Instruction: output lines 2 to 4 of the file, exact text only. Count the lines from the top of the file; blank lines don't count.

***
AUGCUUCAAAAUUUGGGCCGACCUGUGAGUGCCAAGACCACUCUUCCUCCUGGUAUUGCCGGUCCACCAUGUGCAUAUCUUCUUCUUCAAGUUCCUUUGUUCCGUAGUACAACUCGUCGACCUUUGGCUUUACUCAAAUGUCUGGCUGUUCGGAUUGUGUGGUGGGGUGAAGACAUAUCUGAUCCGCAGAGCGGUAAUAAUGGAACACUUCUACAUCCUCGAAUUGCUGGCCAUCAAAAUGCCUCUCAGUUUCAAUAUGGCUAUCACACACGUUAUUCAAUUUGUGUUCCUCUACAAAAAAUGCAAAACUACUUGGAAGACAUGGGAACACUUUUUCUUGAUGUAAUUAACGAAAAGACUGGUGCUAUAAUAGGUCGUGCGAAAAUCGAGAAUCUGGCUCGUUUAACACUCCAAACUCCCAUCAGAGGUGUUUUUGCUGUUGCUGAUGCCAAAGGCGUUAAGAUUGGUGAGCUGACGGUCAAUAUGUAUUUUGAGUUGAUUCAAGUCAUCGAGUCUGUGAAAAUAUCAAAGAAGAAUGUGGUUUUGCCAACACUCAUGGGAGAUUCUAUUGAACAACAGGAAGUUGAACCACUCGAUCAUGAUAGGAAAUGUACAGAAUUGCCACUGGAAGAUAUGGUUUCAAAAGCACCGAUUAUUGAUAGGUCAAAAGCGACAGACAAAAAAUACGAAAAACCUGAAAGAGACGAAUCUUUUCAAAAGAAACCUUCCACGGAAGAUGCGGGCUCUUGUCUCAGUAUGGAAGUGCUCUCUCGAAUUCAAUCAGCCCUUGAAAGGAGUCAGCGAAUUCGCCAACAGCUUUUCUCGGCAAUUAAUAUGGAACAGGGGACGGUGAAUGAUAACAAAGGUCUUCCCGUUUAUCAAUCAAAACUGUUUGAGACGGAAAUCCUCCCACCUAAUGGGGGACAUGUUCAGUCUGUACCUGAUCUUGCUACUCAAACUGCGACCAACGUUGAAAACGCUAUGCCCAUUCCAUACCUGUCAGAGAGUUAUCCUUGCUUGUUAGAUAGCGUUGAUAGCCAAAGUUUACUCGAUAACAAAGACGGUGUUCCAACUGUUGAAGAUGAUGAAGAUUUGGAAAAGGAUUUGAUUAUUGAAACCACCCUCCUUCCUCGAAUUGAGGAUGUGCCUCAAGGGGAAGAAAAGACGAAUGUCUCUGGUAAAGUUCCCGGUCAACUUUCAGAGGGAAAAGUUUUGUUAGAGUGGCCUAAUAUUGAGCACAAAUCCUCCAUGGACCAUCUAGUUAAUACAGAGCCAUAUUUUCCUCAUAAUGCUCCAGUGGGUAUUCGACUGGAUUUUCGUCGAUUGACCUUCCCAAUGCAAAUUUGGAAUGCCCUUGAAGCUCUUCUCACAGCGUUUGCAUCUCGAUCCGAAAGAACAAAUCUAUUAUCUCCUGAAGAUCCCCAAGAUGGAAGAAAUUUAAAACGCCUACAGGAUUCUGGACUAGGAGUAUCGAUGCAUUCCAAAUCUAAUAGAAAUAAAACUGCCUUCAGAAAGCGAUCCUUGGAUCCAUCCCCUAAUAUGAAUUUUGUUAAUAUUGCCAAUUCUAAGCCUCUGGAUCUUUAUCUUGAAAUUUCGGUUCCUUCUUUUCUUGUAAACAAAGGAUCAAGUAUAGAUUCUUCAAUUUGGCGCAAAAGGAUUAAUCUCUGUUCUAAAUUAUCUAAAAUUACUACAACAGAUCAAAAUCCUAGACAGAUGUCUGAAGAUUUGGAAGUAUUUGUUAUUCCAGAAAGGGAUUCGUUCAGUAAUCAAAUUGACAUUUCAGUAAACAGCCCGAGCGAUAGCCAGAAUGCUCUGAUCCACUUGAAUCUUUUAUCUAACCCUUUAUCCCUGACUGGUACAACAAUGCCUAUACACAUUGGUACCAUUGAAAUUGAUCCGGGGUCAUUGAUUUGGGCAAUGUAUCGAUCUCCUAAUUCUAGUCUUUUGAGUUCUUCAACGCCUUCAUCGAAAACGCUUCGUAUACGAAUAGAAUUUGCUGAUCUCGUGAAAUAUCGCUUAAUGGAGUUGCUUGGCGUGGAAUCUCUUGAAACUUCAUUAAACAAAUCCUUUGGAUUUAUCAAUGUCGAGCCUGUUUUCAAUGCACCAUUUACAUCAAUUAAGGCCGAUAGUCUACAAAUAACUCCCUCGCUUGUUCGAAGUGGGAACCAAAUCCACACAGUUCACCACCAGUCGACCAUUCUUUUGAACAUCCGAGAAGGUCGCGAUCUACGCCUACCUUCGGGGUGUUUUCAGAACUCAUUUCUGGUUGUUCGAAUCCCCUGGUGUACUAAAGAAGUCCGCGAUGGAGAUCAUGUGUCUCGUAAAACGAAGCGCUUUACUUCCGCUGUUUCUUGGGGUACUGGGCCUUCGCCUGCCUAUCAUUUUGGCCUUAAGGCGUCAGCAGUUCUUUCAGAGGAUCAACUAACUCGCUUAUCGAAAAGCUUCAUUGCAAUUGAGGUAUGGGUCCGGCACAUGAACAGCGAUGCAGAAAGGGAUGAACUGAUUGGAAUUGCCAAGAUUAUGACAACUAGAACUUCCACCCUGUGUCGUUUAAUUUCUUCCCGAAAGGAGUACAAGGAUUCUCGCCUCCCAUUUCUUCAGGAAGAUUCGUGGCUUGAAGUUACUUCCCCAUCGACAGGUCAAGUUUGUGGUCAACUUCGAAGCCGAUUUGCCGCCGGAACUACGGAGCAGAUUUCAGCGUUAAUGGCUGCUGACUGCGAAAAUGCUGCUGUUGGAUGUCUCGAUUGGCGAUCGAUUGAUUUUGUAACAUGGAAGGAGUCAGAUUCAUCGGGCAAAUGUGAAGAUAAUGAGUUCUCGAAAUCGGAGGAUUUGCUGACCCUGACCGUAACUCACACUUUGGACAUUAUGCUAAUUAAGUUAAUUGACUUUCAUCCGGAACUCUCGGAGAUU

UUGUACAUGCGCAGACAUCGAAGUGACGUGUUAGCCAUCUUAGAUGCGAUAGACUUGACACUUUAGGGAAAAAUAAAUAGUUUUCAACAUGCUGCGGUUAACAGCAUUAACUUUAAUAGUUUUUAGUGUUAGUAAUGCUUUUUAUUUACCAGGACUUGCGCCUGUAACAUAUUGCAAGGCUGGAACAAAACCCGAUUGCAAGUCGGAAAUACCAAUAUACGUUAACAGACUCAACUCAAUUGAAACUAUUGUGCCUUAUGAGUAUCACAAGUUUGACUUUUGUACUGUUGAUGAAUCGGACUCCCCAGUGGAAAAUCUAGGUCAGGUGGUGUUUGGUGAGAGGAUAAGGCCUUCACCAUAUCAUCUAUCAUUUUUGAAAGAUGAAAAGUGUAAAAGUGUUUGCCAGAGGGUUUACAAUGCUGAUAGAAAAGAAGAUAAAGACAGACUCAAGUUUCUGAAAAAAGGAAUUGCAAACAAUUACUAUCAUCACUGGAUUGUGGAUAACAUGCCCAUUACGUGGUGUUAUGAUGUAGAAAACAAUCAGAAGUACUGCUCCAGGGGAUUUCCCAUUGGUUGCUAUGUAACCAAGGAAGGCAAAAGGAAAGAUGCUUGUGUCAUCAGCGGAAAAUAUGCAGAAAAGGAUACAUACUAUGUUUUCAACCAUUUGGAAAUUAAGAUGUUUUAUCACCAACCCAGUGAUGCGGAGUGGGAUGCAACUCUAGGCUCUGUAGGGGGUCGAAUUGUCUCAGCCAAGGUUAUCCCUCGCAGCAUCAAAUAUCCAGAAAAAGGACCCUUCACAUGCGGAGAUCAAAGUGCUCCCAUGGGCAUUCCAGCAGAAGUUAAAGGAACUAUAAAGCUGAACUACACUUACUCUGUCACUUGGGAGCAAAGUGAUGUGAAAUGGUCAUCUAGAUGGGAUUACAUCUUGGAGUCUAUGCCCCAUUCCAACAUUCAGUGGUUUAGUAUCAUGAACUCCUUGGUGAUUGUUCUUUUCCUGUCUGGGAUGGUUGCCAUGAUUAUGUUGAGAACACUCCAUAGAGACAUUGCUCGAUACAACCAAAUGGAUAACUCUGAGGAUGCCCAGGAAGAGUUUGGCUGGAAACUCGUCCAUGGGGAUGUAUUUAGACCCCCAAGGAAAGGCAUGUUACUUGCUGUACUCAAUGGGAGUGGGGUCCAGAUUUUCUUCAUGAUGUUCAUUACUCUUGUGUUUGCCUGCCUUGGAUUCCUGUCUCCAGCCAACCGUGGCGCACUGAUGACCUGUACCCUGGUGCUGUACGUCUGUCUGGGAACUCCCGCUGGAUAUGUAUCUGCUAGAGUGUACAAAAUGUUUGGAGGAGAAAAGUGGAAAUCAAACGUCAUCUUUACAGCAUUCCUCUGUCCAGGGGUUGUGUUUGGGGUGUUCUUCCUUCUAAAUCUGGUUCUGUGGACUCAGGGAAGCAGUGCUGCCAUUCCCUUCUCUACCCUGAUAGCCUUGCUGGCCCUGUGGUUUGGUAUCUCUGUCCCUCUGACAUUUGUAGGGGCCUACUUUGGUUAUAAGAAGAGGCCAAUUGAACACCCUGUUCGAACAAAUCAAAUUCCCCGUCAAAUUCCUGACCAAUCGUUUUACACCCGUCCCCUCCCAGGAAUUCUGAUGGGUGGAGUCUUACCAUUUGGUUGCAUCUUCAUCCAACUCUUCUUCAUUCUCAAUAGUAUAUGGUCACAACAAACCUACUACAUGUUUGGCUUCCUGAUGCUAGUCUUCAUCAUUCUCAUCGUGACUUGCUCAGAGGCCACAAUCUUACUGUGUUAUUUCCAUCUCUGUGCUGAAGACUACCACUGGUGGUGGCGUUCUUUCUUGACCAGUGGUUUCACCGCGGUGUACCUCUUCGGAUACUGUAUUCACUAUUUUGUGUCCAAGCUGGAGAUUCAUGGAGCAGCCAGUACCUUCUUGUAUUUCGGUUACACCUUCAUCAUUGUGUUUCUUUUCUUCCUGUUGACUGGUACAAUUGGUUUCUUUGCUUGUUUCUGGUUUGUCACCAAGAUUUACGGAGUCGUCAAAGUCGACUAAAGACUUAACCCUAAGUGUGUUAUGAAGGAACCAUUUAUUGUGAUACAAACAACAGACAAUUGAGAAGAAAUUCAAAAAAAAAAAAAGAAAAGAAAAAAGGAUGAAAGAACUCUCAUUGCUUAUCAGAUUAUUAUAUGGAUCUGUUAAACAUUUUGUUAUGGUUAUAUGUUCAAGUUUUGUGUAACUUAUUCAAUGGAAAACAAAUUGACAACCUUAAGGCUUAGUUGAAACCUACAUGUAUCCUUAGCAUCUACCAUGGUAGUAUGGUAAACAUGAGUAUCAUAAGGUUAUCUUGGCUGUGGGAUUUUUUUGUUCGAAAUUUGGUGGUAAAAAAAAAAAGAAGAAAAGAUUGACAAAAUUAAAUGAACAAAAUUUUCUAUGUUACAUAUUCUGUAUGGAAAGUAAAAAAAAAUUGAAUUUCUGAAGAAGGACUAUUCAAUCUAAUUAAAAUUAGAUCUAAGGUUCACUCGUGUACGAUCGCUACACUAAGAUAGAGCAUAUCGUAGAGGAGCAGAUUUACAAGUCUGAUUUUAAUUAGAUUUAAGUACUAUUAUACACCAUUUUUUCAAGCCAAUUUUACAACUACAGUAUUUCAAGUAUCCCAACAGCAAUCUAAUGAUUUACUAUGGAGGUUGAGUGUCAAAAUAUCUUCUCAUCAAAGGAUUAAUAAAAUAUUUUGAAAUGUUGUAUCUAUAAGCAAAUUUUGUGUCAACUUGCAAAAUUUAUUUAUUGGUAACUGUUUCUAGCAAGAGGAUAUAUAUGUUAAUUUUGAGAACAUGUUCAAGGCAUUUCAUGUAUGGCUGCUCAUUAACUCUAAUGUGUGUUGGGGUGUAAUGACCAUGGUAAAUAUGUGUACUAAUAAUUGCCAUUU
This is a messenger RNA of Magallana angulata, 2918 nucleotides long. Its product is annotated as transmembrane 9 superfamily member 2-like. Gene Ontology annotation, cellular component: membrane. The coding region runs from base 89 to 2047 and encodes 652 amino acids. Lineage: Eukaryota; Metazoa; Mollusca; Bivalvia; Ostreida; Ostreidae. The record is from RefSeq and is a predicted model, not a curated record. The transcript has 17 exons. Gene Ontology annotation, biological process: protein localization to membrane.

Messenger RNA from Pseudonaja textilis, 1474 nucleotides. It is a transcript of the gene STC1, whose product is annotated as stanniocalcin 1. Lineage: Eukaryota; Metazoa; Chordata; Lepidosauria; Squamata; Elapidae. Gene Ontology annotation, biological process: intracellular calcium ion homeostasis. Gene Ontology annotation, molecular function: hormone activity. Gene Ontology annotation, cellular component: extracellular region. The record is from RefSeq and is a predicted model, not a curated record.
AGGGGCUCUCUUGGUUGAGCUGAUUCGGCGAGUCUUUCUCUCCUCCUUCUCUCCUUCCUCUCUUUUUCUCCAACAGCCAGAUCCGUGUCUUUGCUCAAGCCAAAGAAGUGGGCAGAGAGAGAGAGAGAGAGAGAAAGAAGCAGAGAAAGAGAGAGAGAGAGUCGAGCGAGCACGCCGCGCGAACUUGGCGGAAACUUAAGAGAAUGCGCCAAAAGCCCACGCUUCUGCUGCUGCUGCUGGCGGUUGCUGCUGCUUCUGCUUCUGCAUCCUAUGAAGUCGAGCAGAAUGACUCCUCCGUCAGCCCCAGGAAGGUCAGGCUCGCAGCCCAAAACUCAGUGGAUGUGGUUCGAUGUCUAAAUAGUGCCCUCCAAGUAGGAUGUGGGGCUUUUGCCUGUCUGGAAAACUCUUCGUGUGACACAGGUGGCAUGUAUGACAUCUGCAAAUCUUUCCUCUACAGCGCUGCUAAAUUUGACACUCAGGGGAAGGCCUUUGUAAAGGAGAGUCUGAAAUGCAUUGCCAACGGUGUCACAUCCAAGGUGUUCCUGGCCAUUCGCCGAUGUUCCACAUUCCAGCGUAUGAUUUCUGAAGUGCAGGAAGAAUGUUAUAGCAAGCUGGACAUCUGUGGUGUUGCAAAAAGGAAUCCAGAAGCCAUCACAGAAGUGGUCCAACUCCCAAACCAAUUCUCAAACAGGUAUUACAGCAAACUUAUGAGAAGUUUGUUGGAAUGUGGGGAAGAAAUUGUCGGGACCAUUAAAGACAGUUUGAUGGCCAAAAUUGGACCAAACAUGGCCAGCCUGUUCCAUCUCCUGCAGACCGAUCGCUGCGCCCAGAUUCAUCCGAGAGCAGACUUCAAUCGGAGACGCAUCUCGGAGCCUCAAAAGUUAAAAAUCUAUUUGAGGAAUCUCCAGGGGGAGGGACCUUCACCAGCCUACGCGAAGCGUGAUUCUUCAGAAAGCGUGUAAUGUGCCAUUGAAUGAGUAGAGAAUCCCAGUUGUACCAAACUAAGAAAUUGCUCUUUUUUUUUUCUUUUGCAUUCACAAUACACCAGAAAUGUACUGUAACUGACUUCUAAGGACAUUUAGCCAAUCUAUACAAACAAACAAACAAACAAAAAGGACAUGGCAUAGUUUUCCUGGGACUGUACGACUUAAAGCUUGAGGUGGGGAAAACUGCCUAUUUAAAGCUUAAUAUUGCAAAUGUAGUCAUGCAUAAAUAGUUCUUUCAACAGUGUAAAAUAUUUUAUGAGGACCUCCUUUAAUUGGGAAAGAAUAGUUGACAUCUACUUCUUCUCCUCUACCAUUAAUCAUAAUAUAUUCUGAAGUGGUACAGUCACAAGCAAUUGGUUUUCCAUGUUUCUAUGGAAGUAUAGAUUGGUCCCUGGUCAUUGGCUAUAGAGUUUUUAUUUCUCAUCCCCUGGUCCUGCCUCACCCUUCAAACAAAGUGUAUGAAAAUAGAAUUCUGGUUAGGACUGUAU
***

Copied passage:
UUGUACAUGCGCAGACAUCGAAGUGACGUGUUAGCCAUCUUAGAUGCGAUAGACUUGACACUUUAGGGAAAAAUAAAUAGUUUUCAACAUGCUGCGGUUAACAGCAUUAACUUUAAUAGUUUUUAGUGUUAGUAAUGCUUUUUAUUUACCAGGACUUGCGCCUGUAACAUAUUGCAAGGCUGGAACAAAACCCGAUUGCAAGUCGGAAAUACCAAUAUACGUUAACAGACUCAACUCAAUUGAAACUAUUGUGCCUUAUGAGUAUCACAAGUUUGACUUUUGUACUGUUGAUGAAUCGGACUCCCCAGUGGAAAAUCUAGGUCAGGUGGUGUUUGGUGAGAGGAUAAGGCCUUCACCAUAUCAUCUAUCAUUUUUGAAAGAUGAAAAGUGUAAAAGUGUUUGCCAGAGGGUUUACAAUGCUGAUAGAAAAGAAGAUAAAGACAGACUCAAGUUUCUGAAAAAAGGAAUUGCAAACAAUUACUAUCAUCACUGGAUUGUGGAUAACAUGCCCAUUACGUGGUGUUAUGAUGUAGAAAACAAUCAGAAGUACUGCUCCAGGGGAUUUCCCAUUGGUUGCUAUGUAACCAAGGAAGGCAAAAGGAAAGAUGCUUGUGUCAUCAGCGGAAAAUAUGCAGAAAAGGAUACAUACUAUGUUUUCAACCAUUUGGAAAUUAAGAUGUUUUAUCACCAACCCAGUGAUGCGGAGUGGGAUGCAACUCUAGGCUCUGUAGGGGGUCGAAUUGUCUCAGCCAAGGUUAUCCCUCGCAGCAUCAAAUAUCCAGAAAAAGGACCCUUCACAUGCGGAGAUCAAAGUGCUCCCAUGGGCAUUCCAGCAGAAGUUAAAGGAACUAUAAAGCUGAACUACACUUACUCUGUCACUUGGGAGCAAAGUGAUGUGAAAUGGUCAUCUAGAUGGGAUUACAUCUUGGAGUCUAUGCCCCAUUCCAACAUUCAGUGGUUUAGUAUCAUGAACUCCUUGGUGAUUGUUCUUUUCCUGUCUGGGAUGGUUGCCAUGAUUAUGUUGAGAACACUCCAUAGAGACAUUGCUCGAUACAACCAAAUGGAUAACUCUGAGGAUGCCCAGGAAGAGUUUGGCUGGAAACUCGUCCAUGGGGAUGUAUUUAGACCCCCAAGGAAAGGCAUGUUACUUGCUGUACUCAAUGGGAGUGGGGUCCAGAUUUUCUUCAUGAUGUUCAUUACUCUUGUGUUUGCCUGCCUUGGAUUCCUGUCUCCAGCCAACCGUGGCGCACUGAUGACCUGUACCCUGGUGCUGUACGUCUGUCUGGGAACUCCCGCUGGAUAUGUAUCUGCUAGAGUGUACAAAAUGUUUGGAGGAGAAAAGUGGAAAUCAAACGUCAUCUUUACAGCAUUCCUCUGUCCAGGGGUUGUGUUUGGGGUGUUCUUCCUUCUAAAUCUGGUUCUGUGGACUCAGGGAAGCAGUGCUGCCAUUCCCUUCUCUACCCUGAUAGCCUUGCUGGCCCUGUGGUUUGGUAUCUCUGUCCCUCUGACAUUUGUAGGGGCCUACUUUGGUUAUAAGAAGAGGCCAAUUGAACACCCUGUUCGAACAAAUCAAAUUCCCCGUCAAAUUCCUGACCAAUCGUUUUACACCCGUCCCCUCCCAGGAAUUCUGAUGGGUGGAGUCUUACCAUUUGGUUGCAUCUUCAUCCAACUCUUCUUCAUUCUCAAUAGUAUAUGGUCACAACAAACCUACUACAUGUUUGGCUUCCUGAUGCUAGUCUUCAUCAUUCUCAUCGUGACUUGCUCAGAGGCCACAAUCUUACUGUGUUAUUUCCAUCUCUGUGCUGAAGACUACCACUGGUGGUGGCGUUCUUUCUUGACCAGUGGUUUCACCGCGGUGUACCUCUUCGGAUACUGUAUUCACUAUUUUGUGUCCAAGCUGGAGAUUCAUGGAGCAGCCAGUACCUUCUUGUAUUUCGGUUACACCUUCAUCAUUGUGUUUCUUUUCUUCCUGUUGACUGGUACAAUUGGUUUCUUUGCUUGUUUCUGGUUUGUCACCAAGAUUUACGGAGUCGUCAAAGUCGACUAAAGACUUAACCCUAAGUGUGUUAUGAAGGAACCAUUUAUUGUGAUACAAACAACAGACAAUUGAGAAGAAAUUCAAAAAAAAAAAAAGAAAAGAAAAAAGGAUGAAAGAACUCUCAUUGCUUAUCAGAUUAUUAUAUGGAUCUGUUAAACAUUUUGUUAUGGUUAUAUGUUCAAGUUUUGUGUAACUUAUUCAAUGGAAAACAAAUUGACAACCUUAAGGCUUAGUUGAAACCUACAUGUAUCCUUAGCAUCUACCAUGGUAGUAUGGUAAACAUGAGUAUCAUAAGGUUAUCUUGGCUGUGGGAUUUUUUUGUUCGAAAUUUGGUGGUAAAAAAAAAAAGAAGAAAAGAUUGACAAAAUUAAAUGAACAAAAUUUUCUAUGUUACAUAUUCUGUAUGGAAAGUAAAAAAAAAUUGAAUUUCUGAAGAAGGACUAUUCAAUCUAAUUAAAAUUAGAUCUAAGGUUCACUCGUGUACGAUCGCUACACUAAGAUAGAGCAUAUCGUAGAGGAGCAGAUUUACAAGUCUGAUUUUAAUUAGAUUUAAGUACUAUUAUACACCAUUUUUUCAAGCCAAUUUUACAACUACAGUAUUUCAAGUAUCCCAACAGCAAUCUAAUGAUUUACUAUGGAGGUUGAGUGUCAAAAUAUCUUCUCAUCAAAGGAUUAAUAAAAUAUUUUGAAAUGUUGUAUCUAUAAGCAAAUUUUGUGUCAACUUGCAAAAUUUAUUUAUUGGUAACUGUUUCUAGCAAGAGGAUAUAUAUGUUAAUUUUGAGAACAUGUUCAAGGCAUUUCAUGUAUGGCUGCUCAUUAACUCUAAUGUGUGUUGGGGUGUAAUGACCAUGGUAAAUAUGUGUACUAAUAAUUGCCAUUU
This is a messenger RNA of Magallana angulata, 2918 nucleotides long. Its product is annotated as transmembrane 9 superfamily member 2-like. Gene Ontology annotation, cellular component: membrane. The coding region runs from base 89 to 2047 and encodes 652 amino acids. Lineage: Eukaryota; Metazoa; Mollusca; Bivalvia; Ostreida; Ostreidae. The record is from RefSeq and is a predicted model, not a curated record. The transcript has 17 exons. Gene Ontology annotation, biological process: protein localization to membrane.

Messenger RNA from Pseudonaja textilis, 1474 nucleotides. It is a transcript of the gene STC1, whose product is annotated as stanniocalcin 1. Lineage: Eukaryota; Metazoa; Chordata; Lepidosauria; Squamata; Elapidae. Gene Ontology annotation, biological process: intracellular calcium ion homeostasis. Gene Ontology annotation, molecular function: hormone activity. Gene Ontology annotation, cellular component: extracellular region. The record is from RefSeq and is a predicted model, not a curated record.